Suggest a Title for the 2022 Washtenaw Read
Sun, 04/04/2021 - 12:48pm by howarde
Read a good book lately? Suggest it for our next Read! The Washtenaw Reads screening team is meeting throughout the summer to select finalist titles for consideration.
Please submit your suggestions by June 18, so the committee has time to take them into consideration.
In 2022, we are seeking fictional titles that will be "conversation starters."
- The writing should be engaging and thought-provoking.
- The subjects discussed should be accessible to readers throughout the community, high-school age and above.
- The length, price, and availability of the book should be suited to involvement by the general public.
- The book should be by a living author.
- Its treatment of issues should encourage readers to discuss the issues further with others, at home, work, reading clubs, and community events.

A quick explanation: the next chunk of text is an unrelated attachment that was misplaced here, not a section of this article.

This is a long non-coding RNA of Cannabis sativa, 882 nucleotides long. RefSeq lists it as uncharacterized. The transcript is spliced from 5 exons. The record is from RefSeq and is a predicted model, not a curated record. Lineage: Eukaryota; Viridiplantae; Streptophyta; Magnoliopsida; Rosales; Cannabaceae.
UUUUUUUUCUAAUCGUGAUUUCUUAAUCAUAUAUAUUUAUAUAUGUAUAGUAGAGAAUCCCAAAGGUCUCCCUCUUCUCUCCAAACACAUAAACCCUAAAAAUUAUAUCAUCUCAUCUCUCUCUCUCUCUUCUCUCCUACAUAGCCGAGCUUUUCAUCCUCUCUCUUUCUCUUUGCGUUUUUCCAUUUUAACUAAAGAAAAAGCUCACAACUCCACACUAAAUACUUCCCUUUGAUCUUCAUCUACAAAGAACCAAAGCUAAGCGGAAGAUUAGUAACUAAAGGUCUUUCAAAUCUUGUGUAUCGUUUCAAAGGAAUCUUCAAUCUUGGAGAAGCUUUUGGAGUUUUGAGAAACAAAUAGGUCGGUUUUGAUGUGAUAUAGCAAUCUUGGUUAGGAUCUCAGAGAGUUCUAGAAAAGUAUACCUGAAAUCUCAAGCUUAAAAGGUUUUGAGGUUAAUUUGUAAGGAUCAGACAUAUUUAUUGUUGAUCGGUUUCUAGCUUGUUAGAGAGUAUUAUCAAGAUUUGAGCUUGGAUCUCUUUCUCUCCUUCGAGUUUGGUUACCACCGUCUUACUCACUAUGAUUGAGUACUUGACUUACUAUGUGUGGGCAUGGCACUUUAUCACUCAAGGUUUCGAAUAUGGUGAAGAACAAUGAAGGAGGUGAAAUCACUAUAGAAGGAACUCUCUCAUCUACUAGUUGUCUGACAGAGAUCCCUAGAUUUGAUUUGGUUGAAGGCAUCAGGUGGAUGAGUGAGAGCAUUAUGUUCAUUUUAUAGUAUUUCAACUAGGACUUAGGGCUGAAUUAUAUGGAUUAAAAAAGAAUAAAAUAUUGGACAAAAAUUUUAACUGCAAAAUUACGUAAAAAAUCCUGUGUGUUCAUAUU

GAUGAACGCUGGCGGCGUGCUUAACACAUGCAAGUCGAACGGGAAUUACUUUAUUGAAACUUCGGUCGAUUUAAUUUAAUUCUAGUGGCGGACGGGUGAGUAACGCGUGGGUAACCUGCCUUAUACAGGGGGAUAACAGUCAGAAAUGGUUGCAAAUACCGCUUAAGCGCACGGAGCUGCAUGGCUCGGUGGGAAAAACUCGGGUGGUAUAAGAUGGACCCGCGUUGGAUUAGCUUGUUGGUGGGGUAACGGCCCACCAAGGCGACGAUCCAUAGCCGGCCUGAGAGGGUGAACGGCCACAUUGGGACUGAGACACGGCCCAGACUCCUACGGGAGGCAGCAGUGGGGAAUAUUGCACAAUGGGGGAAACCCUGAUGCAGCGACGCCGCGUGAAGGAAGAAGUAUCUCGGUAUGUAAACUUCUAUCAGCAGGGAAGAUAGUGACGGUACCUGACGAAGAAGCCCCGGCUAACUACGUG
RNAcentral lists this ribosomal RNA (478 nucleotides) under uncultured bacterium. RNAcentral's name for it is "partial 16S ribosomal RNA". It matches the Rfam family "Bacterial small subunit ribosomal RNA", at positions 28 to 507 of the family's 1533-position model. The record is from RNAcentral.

- Ideally, the subject should lead to constructive dialogues across our diverse communities.
How To Suggest A Title
To suggest a title for consideration, add a comment below if you have an Ann Arbor District Library account, fill out a contact us form, or visit the Washtenaw Reads Facebook page. Note: there is no fee, and you do not have to have an Ann Arbor District Library card to create a user account. Thanks for your suggestions!
Tender is the Flesh by Augustina Bazterrica
"Patron Saints of Nothing" by Randy Ribay
Your House Will Pay by Steph Cha
An absolutely remarkable thing - by Hank Green
I concur with PATRON SAINTS OF NOTHING by Randy Ribay. The author is originally from Michigan and this book deals with social justice issues that many Americans aren’t aware of but can definitely draw parallels to in our own country.
Little Fires Everywhere by Celeste Ng
The Death of Vivek Oji by Akwaeke Emezi
Minor Feelings: An Asian-American Reckoning by Cathy Park Hong
Hidden Valley Road: Inside the Mind of an American family by Robert Kolker
Caste by Isobel Wilkerson
Clap When You Land - Elizabeth Acevedo. Beautiful writing and lots to discuss about race, class, identity and how complicated families can be.
Days of Distraction - Alexandra Chang